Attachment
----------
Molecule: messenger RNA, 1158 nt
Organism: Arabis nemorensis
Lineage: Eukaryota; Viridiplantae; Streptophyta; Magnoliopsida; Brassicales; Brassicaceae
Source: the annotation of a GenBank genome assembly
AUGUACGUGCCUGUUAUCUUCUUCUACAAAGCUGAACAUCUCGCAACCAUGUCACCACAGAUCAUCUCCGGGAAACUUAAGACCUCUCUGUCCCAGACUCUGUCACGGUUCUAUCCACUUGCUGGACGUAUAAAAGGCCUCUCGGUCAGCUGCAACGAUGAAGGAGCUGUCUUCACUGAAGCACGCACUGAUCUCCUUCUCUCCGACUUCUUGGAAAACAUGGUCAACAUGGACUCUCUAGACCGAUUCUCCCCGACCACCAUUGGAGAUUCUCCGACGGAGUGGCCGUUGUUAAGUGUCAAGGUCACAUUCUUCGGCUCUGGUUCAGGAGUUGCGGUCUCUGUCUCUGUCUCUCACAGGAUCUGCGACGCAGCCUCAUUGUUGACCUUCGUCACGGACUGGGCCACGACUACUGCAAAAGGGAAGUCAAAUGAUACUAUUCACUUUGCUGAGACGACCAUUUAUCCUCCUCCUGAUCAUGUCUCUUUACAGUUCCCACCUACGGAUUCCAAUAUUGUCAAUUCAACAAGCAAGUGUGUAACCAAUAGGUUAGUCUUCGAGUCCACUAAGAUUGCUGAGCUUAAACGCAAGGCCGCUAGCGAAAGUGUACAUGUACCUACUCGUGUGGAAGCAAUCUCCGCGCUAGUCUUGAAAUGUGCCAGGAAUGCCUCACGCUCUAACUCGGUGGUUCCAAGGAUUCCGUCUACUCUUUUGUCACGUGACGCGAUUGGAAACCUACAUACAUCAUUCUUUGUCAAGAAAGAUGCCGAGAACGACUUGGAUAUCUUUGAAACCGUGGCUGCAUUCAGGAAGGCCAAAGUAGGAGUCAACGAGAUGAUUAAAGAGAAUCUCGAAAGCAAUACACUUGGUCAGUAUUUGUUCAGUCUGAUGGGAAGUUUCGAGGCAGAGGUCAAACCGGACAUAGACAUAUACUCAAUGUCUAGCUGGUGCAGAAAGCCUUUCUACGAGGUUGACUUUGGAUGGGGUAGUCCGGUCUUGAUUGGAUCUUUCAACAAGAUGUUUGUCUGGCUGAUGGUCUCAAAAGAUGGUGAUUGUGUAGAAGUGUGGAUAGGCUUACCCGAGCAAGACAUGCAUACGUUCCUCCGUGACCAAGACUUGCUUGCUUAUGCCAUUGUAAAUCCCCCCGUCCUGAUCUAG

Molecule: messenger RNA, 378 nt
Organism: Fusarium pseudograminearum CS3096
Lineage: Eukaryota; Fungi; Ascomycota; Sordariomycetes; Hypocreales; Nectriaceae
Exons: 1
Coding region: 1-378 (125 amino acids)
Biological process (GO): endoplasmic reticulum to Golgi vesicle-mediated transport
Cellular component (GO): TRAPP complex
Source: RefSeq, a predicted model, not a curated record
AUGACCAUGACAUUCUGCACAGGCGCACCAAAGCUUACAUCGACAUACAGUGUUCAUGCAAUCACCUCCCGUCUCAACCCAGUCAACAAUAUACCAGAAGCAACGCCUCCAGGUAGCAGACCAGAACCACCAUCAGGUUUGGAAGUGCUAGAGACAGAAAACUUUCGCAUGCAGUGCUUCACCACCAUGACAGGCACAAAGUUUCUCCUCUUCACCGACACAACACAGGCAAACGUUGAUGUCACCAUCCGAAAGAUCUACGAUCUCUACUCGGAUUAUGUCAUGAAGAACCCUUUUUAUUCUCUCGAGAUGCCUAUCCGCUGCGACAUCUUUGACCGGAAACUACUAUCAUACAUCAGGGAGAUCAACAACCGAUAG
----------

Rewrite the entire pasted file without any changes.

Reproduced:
Molecule: messenger RNA, 1158 nt
Organism: Arabis nemorensis
Lineage: Eukaryota; Viridiplantae; Streptophyta; Magnoliopsida; Brassicales; Brassicaceae
Source: the annotation of a GenBank genome assembly
AUGUACGUGCCUGUUAUCUUCUUCUACAAAGCUGAACAUCUCGCAACCAUGUCACCACAGAUCAUCUCCGGGAAACUUAAGACCUCUCUGUCCCAGACUCUGUCACGGUUCUAUCCACUUGCUGGACGUAUAAAAGGCCUCUCGGUCAGCUGCAACGAUGAAGGAGCUGUCUUCACUGAAGCACGCACUGAUCUCCUUCUCUCCGACUUCUUGGAAAACAUGGUCAACAUGGACUCUCUAGACCGAUUCUCCCCGACCACCAUUGGAGAUUCUCCGACGGAGUGGCCGUUGUUAAGUGUCAAGGUCACAUUCUUCGGCUCUGGUUCAGGAGUUGCGGUCUCUGUCUCUGUCUCUCACAGGAUCUGCGACGCAGCCUCAUUGUUGACCUUCGUCACGGACUGGGCCACGACUACUGCAAAAGGGAAGUCAAAUGAUACUAUUCACUUUGCUGAGACGACCAUUUAUCCUCCUCCUGAUCAUGUCUCUUUACAGUUCCCACCUACGGAUUCCAAUAUUGUCAAUUCAACAAGCAAGUGUGUAACCAAUAGGUUAGUCUUCGAGUCCACUAAGAUUGCUGAGCUUAAACGCAAGGCCGCUAGCGAAAGUGUACAUGUACCUACUCGUGUGGAAGCAAUCUCCGCGCUAGUCUUGAAAUGUGCCAGGAAUGCCUCACGCUCUAACUCGGUGGUUCCAAGGAUUCCGUCUACUCUUUUGUCACGUGACGCGAUUGGAAACCUACAUACAUCAUUCUUUGUCAAGAAAGAUGCCGAGAACGACUUGGAUAUCUUUGAAACCGUGGCUGCAUUCAGGAAGGCCAAAGUAGGAGUCAACGAGAUGAUUAAAGAGAAUCUCGAAAGCAAUACACUUGGUCAGUAUUUGUUCAGUCUGAUGGGAAGUUUCGAGGCAGAGGUCAAACCGGACAUAGACAUAUACUCAAUGUCUAGCUGGUGCAGAAAGCCUUUCUACGAGGUUGACUUUGGAUGGGGUAGUCCGGUCUUGAUUGGAUCUUUCAACAAGAUGUUUGUCUGGCUGAUGGUCUCAAAAGAUGGUGAUUGUGUAGAAGUGUGGAUAGGCUUACCCGAGCAAGACAUGCAUACGUUCCUCCGUGACCAAGACUUGCUUGCUUAUGCCAUUGUAAAUCCCCCCGUCCUGAUCUAG

Molecule: messenger RNA, 378 nt
Organism: Fusarium pseudograminearum CS3096
Lineage: Eukaryota; Fungi; Ascomycota; Sordariomycetes; Hypocreales; Nectriaceae
Exons: 1
Coding region: 1-378 (125 amino acids)
Biological process (GO): endoplasmic reticulum to Golgi vesicle-mediated transport
Cellular component (GO): TRAPP complex
Source: RefSeq, a predicted model, not a curated record
AUGACCAUGACAUUCUGCACAGGCGCACCAAAGCUUACAUCGACAUACAGUGUUCAUGCAAUCACCUCCCGUCUCAACCCAGUCAACAAUAUACCAGAAGCAACGCCUCCAGGUAGCAGACCAGAACCACCAUCAGGUUUGGAAGUGCUAGAGACAGAAAACUUUCGCAUGCAGUGCUUCACCACCAUGACAGGCACAAAGUUUCUCCUCUUCACCGACACAACACAGGCAAACGUUGAUGUCACCAUCCGAAAGAUCUACGAUCUCUACUCGGAUUAUGUCAUGAAGAACCCUUUUUAUUCUCUCGAGAUGCCUAUCCGCUGCGACAUCUUUGACCGGAAACUACUAUCAUACAUCAGGGAGAUCAACAACCGAUAG